There are, of course, a half-dozen perfectly lovely restaurants where you can celebrate the day's end in charming downtown Culver City. But Oldfield's, the gloriously old-fashioned "liquor room" on Venice just a mile to the west, has them all beat. One reason is the parking lot — let's face it, when you're meeting someone for happy hour, you're almost always running too late to screw with five floors of a garage, and no one wants to pay a valet on their way to discount drinks. Also nice: the hours, which extend from 5 all the way till 9 p.m. The real reason, though, is significantly more exciting than these practicalities: Oldfield's really is one of the best cocktail bars on the Westside, with lively ambience and an ambitious drinks menu. At happy hour, you can order a Hemingway — Bulleit rye whiskey, maraschino, lime and grapefruit — for just $7. Same with the Blonde Comet, a refreshing mix of grapefruit and lime, Bourbon, créme de pêche and bitters. There's no real food menu to speak of, but the stylish, old-timey barkeeps will be happy to make you a panini. 10899 Venice Blvd., Culver City. (310) 842-8066, oldfieldsliquorroom.com. —Sarah Fenske
A very old, sexy, dark tequila bar hidden behind thick, red curtains in an unassuming storefront on West Third Street near Fairfax, El Carmen has a Mexican wrestling motif on the curved ceiling — and, beneath it, one of the best happy hours in the city. The deliciously tart house margaritas would be shockingly good even if they weren't a mere $5 — no sickly sweet sour mix here — and you can't help but love the idea of a $3 Tecate in this pricey city. But it's the food that really sets El Carmen apart: From 5 to 7 p.m., a quesadilla is just $4; guacamole, $2; and a combo plate of two tacos (carnitas or chicken), plus rice and beans, just $5. You'd pay more for fast food. And did we mention this place is way cooler — and tastier — than McDonald's? The regular menu is worth checking out, too, if rock-bottom bargains aren't your thing. 8138 W. Third St., Fairfax District. (323) 852-1552, elcarmenrestaurant.com.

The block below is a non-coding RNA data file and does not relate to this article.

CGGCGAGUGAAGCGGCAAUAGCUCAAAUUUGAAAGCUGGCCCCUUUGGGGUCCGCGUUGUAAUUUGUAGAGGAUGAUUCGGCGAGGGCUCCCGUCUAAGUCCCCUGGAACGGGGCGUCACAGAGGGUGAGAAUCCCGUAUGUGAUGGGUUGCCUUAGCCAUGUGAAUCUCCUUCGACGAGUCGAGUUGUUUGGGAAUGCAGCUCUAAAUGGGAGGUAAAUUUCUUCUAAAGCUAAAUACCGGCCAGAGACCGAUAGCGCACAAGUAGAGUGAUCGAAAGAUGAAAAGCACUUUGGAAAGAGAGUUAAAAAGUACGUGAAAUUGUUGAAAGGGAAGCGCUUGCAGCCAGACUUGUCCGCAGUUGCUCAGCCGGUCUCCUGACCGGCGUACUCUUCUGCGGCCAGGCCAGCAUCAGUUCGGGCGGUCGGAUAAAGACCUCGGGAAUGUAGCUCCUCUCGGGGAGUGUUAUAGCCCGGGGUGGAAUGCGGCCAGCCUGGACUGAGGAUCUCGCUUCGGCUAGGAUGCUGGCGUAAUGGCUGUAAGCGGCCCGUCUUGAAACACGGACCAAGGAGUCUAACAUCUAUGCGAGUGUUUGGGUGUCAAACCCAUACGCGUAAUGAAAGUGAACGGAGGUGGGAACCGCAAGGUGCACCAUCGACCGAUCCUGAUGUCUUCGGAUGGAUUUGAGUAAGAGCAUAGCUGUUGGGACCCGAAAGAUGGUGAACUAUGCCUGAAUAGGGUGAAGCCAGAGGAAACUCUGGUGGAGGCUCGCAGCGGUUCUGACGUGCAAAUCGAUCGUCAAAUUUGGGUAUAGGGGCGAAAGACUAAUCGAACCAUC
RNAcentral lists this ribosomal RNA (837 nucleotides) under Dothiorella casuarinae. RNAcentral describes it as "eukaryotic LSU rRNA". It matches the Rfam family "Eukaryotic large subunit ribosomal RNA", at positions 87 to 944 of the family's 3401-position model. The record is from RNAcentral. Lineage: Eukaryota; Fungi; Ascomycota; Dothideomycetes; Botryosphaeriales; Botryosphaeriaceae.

So you can't afford a trip to Napa to go to Thomas Keller's French Laundry. So what? Not only is Keller the genius behind Beverly Hills' Bouchon but he also has helpfully provided a less formal, less expensive option right underneath it — and right near that free parking garage on North Canon Drive. (Score!) Whether you're outside on the sun-dappled patio or inside at the nickel-plated bar, Bar Bouchon has a low-key vibe and the prices to match up until 7 p.m. Oysters are $2 each; the house white and red wines are just $5 each; and there are several small plates (sliders, crostini, salmon tartare). It's hard to find a place in Beverly Hills that's not swimming with rich old people or clueless tourists — thanks to Keller's pedigree and the primo location, Bar Bouchon feels like a bar you could actually hang out in. 235 N. Canon Drive, Beverly Hills. (310) 271-9910, bouchonbistro.com.
This spacious seafood restaurant has one of the best patios in Santa Monica: a twinkly, leafy oasis that feels more like something you'd find in New Orleans' French Quarter than a few blocks from a SoCal beach. But the patio isn't even Enterprise Fish Co.'s main draw — that distinction goes to its always hopping happy hour. In the bar area and on that glorious patio, from 4 to 7 p.m. Monday through Saturday, and 8 to 10 p.m. on Sunday, you can get wine or well cocktails for $4; margaritas, mai tais and bloody Marys for $5; and really good draft beer (Stella Artois, Hefeweizen, Pacifico) for just $3.50. The food is equally well-priced, with $1 oysters, $4.95 shrimp quesadillas and steamed clams or mussels for $6.95. There's also a late-night happy hour on Fridays and Saturdays if you'd prefer a meat market to a fish-centric one. 174 Kinney St., Santa Monica. (310) 392-8366, www.enterprisefishco.com/santamonica/. —Sarah Fenske